Have you protected your Cleveland or Columbus, Ohio lawn from winterkill? According to Webster’s New World Dictionary, winterkill is a verb that means “to kill or die by exposure to winter cold or excessive snow or ice.”
Here are five ways your lawn could experience winterkill this winter:
- Your lawn could be affected by gray or pink snow molds. Your lawn is susceptible to gray or pink mold if snow has covered your turf for nearly a month or more. These molds develop since snow acts like an insulator warming the surface temperature and encouraging mold growth.
- Your lawn can get winter desiccation which means it could dry out from excessive wind damage.
- Your lawn could suffer from ice damage where water can’t properly drain, ice forms and damages the grass beneath it.
- De-icing products from your municipality’s efforts to keep snow off of the road can be swept up onto your lawn. And the salt products that you use to de-ice your driveway and sidewalks can drain into your lawn’s soil.
- Meadow voles can take up residence beneath the ground and feed off of your grass.
What can you do to avoid these killers?
While there is little that you can do to totally remove these threats against your lawn, there are some things that you can do to protect it:
- To avoid snow mold, or at least limit its damage, make sure that you mow your lawn until it’s completely dormant for the winter.
- Planting hardier, cooler weather grasses, like rough bluegrass, creeping bentgrass, Kentucky bluegrass, colonial bentgrass, annual bluegrass, tall fescue, and red fescue. However, avoid planting perennial ryegrass because it doesn’t fair well under heavy snow conditions and tends to be more affected by gray and pink snow mold.
- During your fall lawn care regimen, avoid using a lot of fast-releasing nitrogen fertilizer on your lawn. The excessive nitrogen encourages gray and pink snow mold growth.
- Make sure you put your lawn to bed by dethatching, core aerating, leaf removal, and improving water drainage in your yard.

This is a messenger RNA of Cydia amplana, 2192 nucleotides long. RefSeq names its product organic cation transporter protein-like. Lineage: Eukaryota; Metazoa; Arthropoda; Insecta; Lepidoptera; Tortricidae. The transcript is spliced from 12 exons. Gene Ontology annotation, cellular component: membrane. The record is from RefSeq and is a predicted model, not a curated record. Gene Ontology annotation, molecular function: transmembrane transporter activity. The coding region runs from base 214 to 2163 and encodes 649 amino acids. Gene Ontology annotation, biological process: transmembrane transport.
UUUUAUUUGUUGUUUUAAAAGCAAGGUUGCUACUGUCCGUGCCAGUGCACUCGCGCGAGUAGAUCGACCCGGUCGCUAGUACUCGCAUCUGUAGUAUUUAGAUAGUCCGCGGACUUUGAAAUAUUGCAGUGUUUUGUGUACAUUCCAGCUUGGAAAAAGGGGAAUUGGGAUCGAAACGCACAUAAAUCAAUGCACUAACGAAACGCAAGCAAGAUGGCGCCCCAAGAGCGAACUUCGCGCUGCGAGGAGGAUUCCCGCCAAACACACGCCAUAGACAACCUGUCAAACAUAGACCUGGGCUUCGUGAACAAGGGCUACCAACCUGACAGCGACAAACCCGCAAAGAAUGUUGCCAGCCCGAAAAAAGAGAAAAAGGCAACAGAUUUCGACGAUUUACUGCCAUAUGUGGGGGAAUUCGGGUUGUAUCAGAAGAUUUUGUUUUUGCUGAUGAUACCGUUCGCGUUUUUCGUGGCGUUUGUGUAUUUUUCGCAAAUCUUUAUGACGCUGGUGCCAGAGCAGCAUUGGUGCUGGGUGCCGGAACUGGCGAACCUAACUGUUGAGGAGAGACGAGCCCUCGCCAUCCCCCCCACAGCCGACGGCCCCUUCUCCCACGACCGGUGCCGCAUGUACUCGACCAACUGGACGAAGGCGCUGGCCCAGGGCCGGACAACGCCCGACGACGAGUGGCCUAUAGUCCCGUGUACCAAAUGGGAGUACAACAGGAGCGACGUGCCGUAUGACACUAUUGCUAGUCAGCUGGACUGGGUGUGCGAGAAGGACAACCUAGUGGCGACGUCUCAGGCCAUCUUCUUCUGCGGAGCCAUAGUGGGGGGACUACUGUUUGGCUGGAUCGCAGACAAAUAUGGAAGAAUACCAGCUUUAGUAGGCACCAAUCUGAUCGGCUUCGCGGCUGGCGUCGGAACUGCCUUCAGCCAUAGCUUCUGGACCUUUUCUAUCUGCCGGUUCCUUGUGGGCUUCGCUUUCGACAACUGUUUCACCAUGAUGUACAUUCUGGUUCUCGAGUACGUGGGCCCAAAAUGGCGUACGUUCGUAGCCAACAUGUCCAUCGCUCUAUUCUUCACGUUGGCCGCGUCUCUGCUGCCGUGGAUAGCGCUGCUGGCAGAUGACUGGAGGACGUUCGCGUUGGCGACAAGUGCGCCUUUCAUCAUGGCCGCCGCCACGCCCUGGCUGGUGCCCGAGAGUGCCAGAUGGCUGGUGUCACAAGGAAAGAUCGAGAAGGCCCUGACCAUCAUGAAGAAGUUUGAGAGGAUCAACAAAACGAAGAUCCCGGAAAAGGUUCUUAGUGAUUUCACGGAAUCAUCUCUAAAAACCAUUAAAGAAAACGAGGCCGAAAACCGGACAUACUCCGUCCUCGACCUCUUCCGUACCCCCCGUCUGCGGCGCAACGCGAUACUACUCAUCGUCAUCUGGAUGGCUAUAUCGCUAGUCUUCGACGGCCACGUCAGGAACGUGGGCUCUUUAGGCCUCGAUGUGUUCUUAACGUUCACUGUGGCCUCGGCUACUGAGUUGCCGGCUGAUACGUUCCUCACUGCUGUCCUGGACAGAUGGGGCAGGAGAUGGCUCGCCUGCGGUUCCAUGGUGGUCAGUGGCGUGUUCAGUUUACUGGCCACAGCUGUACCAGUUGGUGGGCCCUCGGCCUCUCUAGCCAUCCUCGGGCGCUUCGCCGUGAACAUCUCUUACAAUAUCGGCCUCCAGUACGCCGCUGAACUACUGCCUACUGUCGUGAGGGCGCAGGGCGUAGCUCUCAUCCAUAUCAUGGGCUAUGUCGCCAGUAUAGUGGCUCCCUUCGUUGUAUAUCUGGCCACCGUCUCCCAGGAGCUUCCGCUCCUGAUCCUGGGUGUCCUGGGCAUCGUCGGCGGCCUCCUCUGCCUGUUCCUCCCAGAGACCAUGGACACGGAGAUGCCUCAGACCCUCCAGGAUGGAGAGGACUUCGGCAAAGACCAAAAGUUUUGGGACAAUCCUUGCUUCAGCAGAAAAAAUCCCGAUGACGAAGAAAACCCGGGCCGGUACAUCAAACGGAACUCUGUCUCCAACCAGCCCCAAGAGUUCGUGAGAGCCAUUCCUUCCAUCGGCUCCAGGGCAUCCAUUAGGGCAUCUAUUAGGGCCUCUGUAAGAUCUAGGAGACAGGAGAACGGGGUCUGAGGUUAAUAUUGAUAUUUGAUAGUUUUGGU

- To prevent vole damage, keep your lawn at least 2 ½ inches long when you complete your final mow for the season.
- To better protect your lawn from winter desiccation, make sure that you apply slow-releasing fertilizer during your fall lawn routine to encourage strong plant root growth over the winter months.
- If you live in an area where winter desiccation is inevitable, consider putting up a snow fence to protect your yard from wind damage.
- If your lawn suffers from a lot of icing due to poor water drainage, install a drainage system that allows water to be absorbed into the ground rather than allowing it to pond and freeze.
All is not lost if you haven’t gotten around to these chores before the first major snow fall. Yet, you will probably have to do some lawn repair come the spring. No method is fool-proof because we can’t control Mother Nature. However, these preventative steps may protect your Cleveland or Columbus, Ohio lawn from being completely destroyed this winter.
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Wendy Komancheck is an accomplished Freelance Writer for Trade Magazines, Websites, and Local Businesses, specializing in horticultural articles. Check out Wendy's bio and website by Clicking Here. Wendy's Google+ Page